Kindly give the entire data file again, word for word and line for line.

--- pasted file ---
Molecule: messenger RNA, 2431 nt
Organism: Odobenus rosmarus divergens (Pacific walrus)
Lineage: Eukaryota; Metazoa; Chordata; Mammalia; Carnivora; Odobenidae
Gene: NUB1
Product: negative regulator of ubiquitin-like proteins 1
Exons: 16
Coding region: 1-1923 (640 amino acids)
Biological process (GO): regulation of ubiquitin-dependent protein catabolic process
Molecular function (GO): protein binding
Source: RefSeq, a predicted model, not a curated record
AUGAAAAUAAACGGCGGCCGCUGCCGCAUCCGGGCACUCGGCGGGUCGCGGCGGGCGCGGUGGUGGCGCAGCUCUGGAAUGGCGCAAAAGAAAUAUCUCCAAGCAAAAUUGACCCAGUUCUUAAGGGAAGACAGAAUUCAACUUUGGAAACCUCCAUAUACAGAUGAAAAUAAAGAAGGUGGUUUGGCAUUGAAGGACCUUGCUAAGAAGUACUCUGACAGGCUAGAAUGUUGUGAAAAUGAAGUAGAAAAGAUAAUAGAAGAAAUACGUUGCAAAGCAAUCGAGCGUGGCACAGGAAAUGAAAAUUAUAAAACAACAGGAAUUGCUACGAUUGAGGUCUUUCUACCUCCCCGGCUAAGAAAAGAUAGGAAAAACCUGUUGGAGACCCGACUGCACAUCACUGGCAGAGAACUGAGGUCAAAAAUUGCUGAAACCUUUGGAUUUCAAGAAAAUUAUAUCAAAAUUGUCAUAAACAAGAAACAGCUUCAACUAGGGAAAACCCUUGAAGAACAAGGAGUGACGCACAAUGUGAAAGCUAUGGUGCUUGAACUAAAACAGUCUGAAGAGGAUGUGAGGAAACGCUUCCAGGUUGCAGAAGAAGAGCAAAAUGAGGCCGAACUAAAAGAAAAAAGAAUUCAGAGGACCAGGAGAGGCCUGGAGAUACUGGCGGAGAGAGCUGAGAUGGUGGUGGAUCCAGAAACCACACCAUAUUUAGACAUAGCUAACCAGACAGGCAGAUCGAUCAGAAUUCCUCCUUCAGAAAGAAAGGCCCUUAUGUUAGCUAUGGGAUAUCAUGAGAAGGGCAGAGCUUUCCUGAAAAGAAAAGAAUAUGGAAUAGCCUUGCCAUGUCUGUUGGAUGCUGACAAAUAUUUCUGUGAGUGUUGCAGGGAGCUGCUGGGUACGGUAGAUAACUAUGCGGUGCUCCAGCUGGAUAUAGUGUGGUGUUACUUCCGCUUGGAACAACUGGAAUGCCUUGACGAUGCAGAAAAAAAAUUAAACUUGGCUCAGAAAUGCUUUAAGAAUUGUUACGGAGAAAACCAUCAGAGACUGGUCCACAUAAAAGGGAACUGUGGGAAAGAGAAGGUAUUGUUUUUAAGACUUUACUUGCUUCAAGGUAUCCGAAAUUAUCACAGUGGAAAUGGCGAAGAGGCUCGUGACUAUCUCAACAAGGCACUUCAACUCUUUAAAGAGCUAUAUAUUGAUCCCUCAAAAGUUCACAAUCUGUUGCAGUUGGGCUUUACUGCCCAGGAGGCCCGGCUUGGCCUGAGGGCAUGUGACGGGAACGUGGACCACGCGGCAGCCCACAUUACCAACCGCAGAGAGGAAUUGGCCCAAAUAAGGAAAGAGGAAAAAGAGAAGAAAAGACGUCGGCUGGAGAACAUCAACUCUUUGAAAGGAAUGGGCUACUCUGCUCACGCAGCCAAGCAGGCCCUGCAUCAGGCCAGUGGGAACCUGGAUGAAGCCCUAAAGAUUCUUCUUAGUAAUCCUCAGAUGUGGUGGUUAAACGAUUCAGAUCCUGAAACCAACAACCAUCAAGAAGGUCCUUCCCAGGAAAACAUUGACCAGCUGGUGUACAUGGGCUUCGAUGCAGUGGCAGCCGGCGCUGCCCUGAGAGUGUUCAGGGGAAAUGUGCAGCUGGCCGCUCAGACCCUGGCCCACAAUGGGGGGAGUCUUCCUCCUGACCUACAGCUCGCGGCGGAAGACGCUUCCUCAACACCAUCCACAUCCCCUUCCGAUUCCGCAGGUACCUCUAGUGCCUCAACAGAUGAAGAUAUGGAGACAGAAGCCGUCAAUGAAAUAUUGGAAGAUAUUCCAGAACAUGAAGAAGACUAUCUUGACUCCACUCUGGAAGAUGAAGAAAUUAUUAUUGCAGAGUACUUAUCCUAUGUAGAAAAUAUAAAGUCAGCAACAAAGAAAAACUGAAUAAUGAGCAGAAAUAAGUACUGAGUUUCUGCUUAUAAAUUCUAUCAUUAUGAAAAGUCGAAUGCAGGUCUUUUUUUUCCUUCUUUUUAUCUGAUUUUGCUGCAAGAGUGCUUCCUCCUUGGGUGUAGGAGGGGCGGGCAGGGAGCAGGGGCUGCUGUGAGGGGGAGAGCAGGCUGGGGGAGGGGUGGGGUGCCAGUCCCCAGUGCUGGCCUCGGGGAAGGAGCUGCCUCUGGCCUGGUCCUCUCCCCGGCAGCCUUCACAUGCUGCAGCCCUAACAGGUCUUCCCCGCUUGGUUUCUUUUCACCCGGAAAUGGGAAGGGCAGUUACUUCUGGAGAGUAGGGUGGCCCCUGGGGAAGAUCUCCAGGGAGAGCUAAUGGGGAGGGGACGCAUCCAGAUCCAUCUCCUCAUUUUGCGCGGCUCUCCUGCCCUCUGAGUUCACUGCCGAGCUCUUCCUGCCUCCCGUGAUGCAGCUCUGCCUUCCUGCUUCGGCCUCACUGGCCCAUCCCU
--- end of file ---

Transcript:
Molecule: messenger RNA, 2431 nt
Organism: Odobenus rosmarus divergens (Pacific walrus)
Lineage: Eukaryota; Metazoa; Chordata; Mammalia; Carnivora; Odobenidae
Gene: NUB1
Product: negative regulator of ubiquitin-like proteins 1
Exons: 16
Coding region: 1-1923 (640 amino acids)
Biological process (GO): regulation of ubiquitin-dependent protein catabolic process
Molecular function (GO): protein binding
Source: RefSeq, a predicted model, not a curated record
AUGAAAAUAAACGGCGGCCGCUGCCGCAUCCGGGCACUCGGCGGGUCGCGGCGGGCGCGGUGGUGGCGCAGCUCUGGAAUGGCGCAAAAGAAAUAUCUCCAAGCAAAAUUGACCCAGUUCUUAAGGGAAGACAGAAUUCAACUUUGGAAACCUCCAUAUACAGAUGAAAAUAAAGAAGGUGGUUUGGCAUUGAAGGACCUUGCUAAGAAGUACUCUGACAGGCUAGAAUGUUGUGAAAAUGAAGUAGAAAAGAUAAUAGAAGAAAUACGUUGCAAAGCAAUCGAGCGUGGCACAGGAAAUGAAAAUUAUAAAACAACAGGAAUUGCUACGAUUGAGGUCUUUCUACCUCCCCGGCUAAGAAAAGAUAGGAAAAACCUGUUGGAGACCCGACUGCACAUCACUGGCAGAGAACUGAGGUCAAAAAUUGCUGAAACCUUUGGAUUUCAAGAAAAUUAUAUCAAAAUUGUCAUAAACAAGAAACAGCUUCAACUAGGGAAAACCCUUGAAGAACAAGGAGUGACGCACAAUGUGAAAGCUAUGGUGCUUGAACUAAAACAGUCUGAAGAGGAUGUGAGGAAACGCUUCCAGGUUGCAGAAGAAGAGCAAAAUGAGGCCGAACUAAAAGAAAAAAGAAUUCAGAGGACCAGGAGAGGCCUGGAGAUACUGGCGGAGAGAGCUGAGAUGGUGGUGGAUCCAGAAACCACACCAUAUUUAGACAUAGCUAACCAGACAGGCAGAUCGAUCAGAAUUCCUCCUUCAGAAAGAAAGGCCCUUAUGUUAGCUAUGGGAUAUCAUGAGAAGGGCAGAGCUUUCCUGAAAAGAAAAGAAUAUGGAAUAGCCUUGCCAUGUCUGUUGGAUGCUGACAAAUAUUUCUGUGAGUGUUGCAGGGAGCUGCUGGGUACGGUAGAUAACUAUGCGGUGCUCCAGCUGGAUAUAGUGUGGUGUUACUUCCGCUUGGAACAACUGGAAUGCCUUGACGAUGCAGAAAAAAAAUUAAACUUGGCUCAGAAAUGCUUUAAGAAUUGUUACGGAGAAAACCAUCAGAGACUGGUCCACAUAAAAGGGAACUGUGGGAAAGAGAAGGUAUUGUUUUUAAGACUUUACUUGCUUCAAGGUAUCCGAAAUUAUCACAGUGGAAAUGGCGAAGAGGCUCGUGACUAUCUCAACAAGGCACUUCAACUCUUUAAAGAGCUAUAUAUUGAUCCCUCAAAAGUUCACAAUCUGUUGCAGUUGGGCUUUACUGCCCAGGAGGCCCGGCUUGGCCUGAGGGCAUGUGACGGGAACGUGGACCACGCGGCAGCCCACAUUACCAACCGCAGAGAGGAAUUGGCCCAAAUAAGGAAAGAGGAAAAAGAGAAGAAAAGACGUCGGCUGGAGAACAUCAACUCUUUGAAAGGAAUGGGCUACUCUGCUCACGCAGCCAAGCAGGCCCUGCAUCAGGCCAGUGGGAACCUGGAUGAAGCCCUAAAGAUUCUUCUUAGUAAUCCUCAGAUGUGGUGGUUAAACGAUUCAGAUCCUGAAACCAACAACCAUCAAGAAGGUCCUUCCCAGGAAAACAUUGACCAGCUGGUGUACAUGGGCUUCGAUGCAGUGGCAGCCGGCGCUGCCCUGAGAGUGUUCAGGGGAAAUGUGCAGCUGGCCGCUCAGACCCUGGCCCACAAUGGGGGGAGUCUUCCUCCUGACCUACAGCUCGCGGCGGAAGACGCUUCCUCAACACCAUCCACAUCCCCUUCCGAUUCCGCAGGUACCUCUAGUGCCUCAACAGAUGAAGAUAUGGAGACAGAAGCCGUCAAUGAAAUAUUGGAAGAUAUUCCAGAACAUGAAGAAGACUAUCUUGACUCCACUCUGGAAGAUGAAGAAAUUAUUAUUGCAGAGUACUUAUCCUAUGUAGAAAAUAUAAAGUCAGCAACAAAGAAAAACUGAAUAAUGAGCAGAAAUAAGUACUGAGUUUCUGCUUAUAAAUUCUAUCAUUAUGAAAAGUCGAAUGCAGGUCUUUUUUUUCCUUCUUUUUAUCUGAUUUUGCUGCAAGAGUGCUUCCUCCUUGGGUGUAGGAGGGGCGGGCAGGGAGCAGGGGCUGCUGUGAGGGGGAGAGCAGGCUGGGGGAGGGGUGGGGUGCCAGUCCCCAGUGCUGGCCUCGGGGAAGGAGCUGCCUCUGGCCUGGUCCUCUCCCCGGCAGCCUUCACAUGCUGCAGCCCUAACAGGUCUUCCCCGCUUGGUUUCUUUUCACCCGGAAAUGGGAAGGGCAGUUACUUCUGGAGAGUAGGGUGGCCCCUGGGGAAGAUCUCCAGGGAGAGCUAAUGGGGAGGGGACGCAUCCAGAUCCAUCUCCUCAUUUUGCGCGGCUCUCCUGCCCUCUGAGUUCACUGCCGAGCUCUUCCUGCCUCCCGUGAUGCAGCUCUGCCUUCCUGCUUCGGCCUCACUGGCCCAUCCCU